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Department of Earth Sciences

Mineral Sciences


Mesoscopic Phenomena in Minerals

lawsonite rotn hindrance

Fig. A. Premelting along twin boundaries in lawsonite (note the melt bubbles along the straight twin wall). Fig. B. Sketch of rotation hindrance during the diffusion of molecules along twin walls. Two molecules bound in the confined space with chemical bounding (broken lines) which would not occur in the gas phase.

My research focuses on a mathematically correct and physically meaningful description of microstructures in minerals. Elastic Forces generate 'universal' microstructures such as twins, needle and trumpet domains, wiggled domain walls, comb structures and tweed. The internal structures, e.g. of a twin wall, and elastic forces are atomic in origin. Atomic forces determine transport properties along twin walls, the thickness of such walls, and lead sometimes to extreme electronic properties of such microstructures. My research has lead to a new understanding of how atomic and electronic transport occurs in minerals with structural phase transition. It is also important for the understanding of premelting phenomena and the softening of elastic constants and surface structure. Recent work includes research on the encapsulation of actinites in ceramic matrices. Using computer simulation of many interacting particles (>1 million atoms) together with results from diffuse X-ray scattering, NMR and IR spectroscopy the polymerisation of minerals such as zircon during shock events and the percolation behaviour of their dissolution was identified. I am chairman of the Steering Committee of the National Institute for Environmental e-Sciences and use GRID technology for my own research, e.g for numerical studies in systems using compacification of discrete model Hamiltonians.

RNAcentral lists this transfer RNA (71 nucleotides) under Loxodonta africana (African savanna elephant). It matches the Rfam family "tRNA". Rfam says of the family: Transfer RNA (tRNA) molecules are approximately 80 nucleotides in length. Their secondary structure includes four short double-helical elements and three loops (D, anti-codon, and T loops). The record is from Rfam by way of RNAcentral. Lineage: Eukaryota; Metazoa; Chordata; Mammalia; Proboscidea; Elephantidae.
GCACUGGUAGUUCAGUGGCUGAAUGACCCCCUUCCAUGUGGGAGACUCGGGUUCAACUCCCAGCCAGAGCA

Highlights are the discovery of:

  • superconducting twin boundaries in WO3-x, I discovered together with my collaborators,
  • fast transport of Na and K along twin walls in feldspar and perovskite structures,
  • heterogeneous deoxygenation along mesoscopic structures in dense packed structures,
  • percolation behaviour of radiation damaged minerals and their dehydration mechanisms,
  • surface softening in bones, elastic instabilities related to the movement of strain boundaries and interfaces, effective medium theories


Key publications: 

Older Publications by Prof Ekhard Salje

Former Head of Department
Professor Ekhard  Salje

Contact Details

Email address: 
+44 (0) 1223 768321
Takes PhD students